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Fusion Science and Technology
A day in the life of the nuclear community
The November issue of Nuclear News is focused on the individuals who make up our nuclear community.
We invited a small group of those individuals to tell us about their day-to-day work in some of the many occupations and applications of nuclear science and technology, and they responded generously. They were ready to tell us about the part they play, together with colleagues and team members, in supplying clean energy, advancing technology, protecting safety and health, and exploring fundamental science.
In these pages, we see a community that can celebrate both those workdays that record progress moving at a steady pace and the exceptional days when a goal is reached, a briefing is delivered, a contract goes through, a discovery is made, or an unforeseen challenge is overcome.
The Nuclear News staff hopes that you enjoy meeting these members of our community—or maybe get reacquainted with friends—through their words and photos.
Kevin R. O’Kula, David C. Thoman, Selina K. Guardiano, Eric P. Hope
Fusion Science and Technology | Volume 71 | Number 3 | April 2017 | Pages 381-390
Technical Paper | dx.doi.org/10.1080/15361055.2017.1288437
Articles are hosted by Taylor and Francis Online.
A comparison of three United States (U.S.) Department of Energy (DOE) Standard DOE-STD-3009–2014 dispersion modeling protocol options has been performed assuming a ground-level release of tritium oxide source term. The options are characterized by differing sets of assumptions and inputs that allow incorporating greater user flexibility and realism into the modeling and subsequent analysis. The three options used to evaluate atmospheric dispersion include: (1) Use of U.S. Nuclear Regulatory Commission (NRC) Regulatory Guide 1.145; (2) Application of a DOE-approved toolbox code and application of conservative input parameters; and (3) Use of site-specific methods and parameters as defined in a site/facility specific DOE-approved modeling protocol.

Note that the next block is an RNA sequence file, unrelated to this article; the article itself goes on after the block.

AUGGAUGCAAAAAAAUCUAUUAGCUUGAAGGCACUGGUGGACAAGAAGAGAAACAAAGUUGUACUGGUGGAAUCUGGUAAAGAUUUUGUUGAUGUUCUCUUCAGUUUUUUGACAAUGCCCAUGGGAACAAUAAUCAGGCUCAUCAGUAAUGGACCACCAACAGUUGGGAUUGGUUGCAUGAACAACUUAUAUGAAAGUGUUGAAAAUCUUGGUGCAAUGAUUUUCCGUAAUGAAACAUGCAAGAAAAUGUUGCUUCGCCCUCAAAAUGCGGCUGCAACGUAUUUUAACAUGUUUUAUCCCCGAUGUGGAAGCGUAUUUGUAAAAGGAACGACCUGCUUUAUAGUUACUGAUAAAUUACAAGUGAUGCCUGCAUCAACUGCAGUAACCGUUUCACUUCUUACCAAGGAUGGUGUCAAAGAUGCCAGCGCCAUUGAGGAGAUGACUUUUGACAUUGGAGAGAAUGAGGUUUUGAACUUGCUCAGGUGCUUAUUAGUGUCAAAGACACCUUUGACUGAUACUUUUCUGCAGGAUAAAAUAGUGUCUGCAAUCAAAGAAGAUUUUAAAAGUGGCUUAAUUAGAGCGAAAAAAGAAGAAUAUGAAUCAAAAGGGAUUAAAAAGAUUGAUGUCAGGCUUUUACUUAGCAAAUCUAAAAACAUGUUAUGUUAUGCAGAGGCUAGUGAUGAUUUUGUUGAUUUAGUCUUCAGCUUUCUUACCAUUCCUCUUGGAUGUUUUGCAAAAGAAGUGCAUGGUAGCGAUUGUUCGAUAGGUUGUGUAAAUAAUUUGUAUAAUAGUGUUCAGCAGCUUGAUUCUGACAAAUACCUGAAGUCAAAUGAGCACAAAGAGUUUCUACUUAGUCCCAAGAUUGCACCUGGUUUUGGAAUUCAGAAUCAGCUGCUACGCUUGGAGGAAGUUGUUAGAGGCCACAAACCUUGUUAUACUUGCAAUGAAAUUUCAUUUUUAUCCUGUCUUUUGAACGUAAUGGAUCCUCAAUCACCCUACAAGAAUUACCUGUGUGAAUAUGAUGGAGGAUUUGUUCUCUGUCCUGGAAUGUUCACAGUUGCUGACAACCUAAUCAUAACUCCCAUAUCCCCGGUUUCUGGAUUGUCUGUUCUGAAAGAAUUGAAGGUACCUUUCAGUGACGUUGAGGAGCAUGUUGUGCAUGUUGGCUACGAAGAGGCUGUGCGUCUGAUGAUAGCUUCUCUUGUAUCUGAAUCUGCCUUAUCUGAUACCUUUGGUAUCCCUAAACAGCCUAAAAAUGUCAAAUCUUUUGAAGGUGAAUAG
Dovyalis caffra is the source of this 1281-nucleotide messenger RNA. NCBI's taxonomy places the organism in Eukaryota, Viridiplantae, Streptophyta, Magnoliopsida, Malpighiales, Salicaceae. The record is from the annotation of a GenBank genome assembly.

Option 1 dose results are the lowest of the three sets of results at close-in distances, but are the highest for distances beyond approximately 3,000 m, reflecting the distance-dependent NRC plume meander model. Option 1 doses also reflect a lower minimum wind speed and consideration of G stability. Option 3 dose results are consistently lower than the Option 2 results by a factor of 2.2 reflecting the higher vertical dispersion values calculated from the crediting site-specific surface roughness. Option 2 and 3 results are obtained with DOE Central Registry computer software reflect default parameters in Option 2, and more site-specific input with Option 3. An averaging time of two hours leads to dose results that are lower than those obtained with an averaging time of three minutes by a factor of 2.5 due to the higher crosswind dispersion parameter values. This effect is due to the larger crosswind dimension of the plume with increasing averaging time using the Gifford meander model. A sensitivity case study indicates appreciable differences are observed between results obtained with the NRC Regulatory Guide 1.145 temperature difference (ΔT) method and those with U.S. Environmental Protection Agency (EPA) EPA-454/R-99–005 methodology for stability class categorization. A second sensitivity case suggests that crediting deposition, hold-up or other retention of tritium may be difficult to defend from a regulatory perspective, recognizing region of transport characteristics and accounting for reemission phenomenon. In terms of recommending one of the three options for modeling tritium releases in Documented Safety Analysis (DSA) applications, the Option 2 approach (Application of a DOE-approved toolbox code and conservative input parameters – without crediting tritium deposition) is the simplest model for source to receptor distances of 500 m or greater. Option 3 requires additional resource commitment and DOE authority approval, but may provide regulatory relief for certain accident scenarios. These recommendations apply to deterministic DSA dispersion analysis but are not extended to best estimate, realistic analyses such as those supporting probabilistic safety analyses.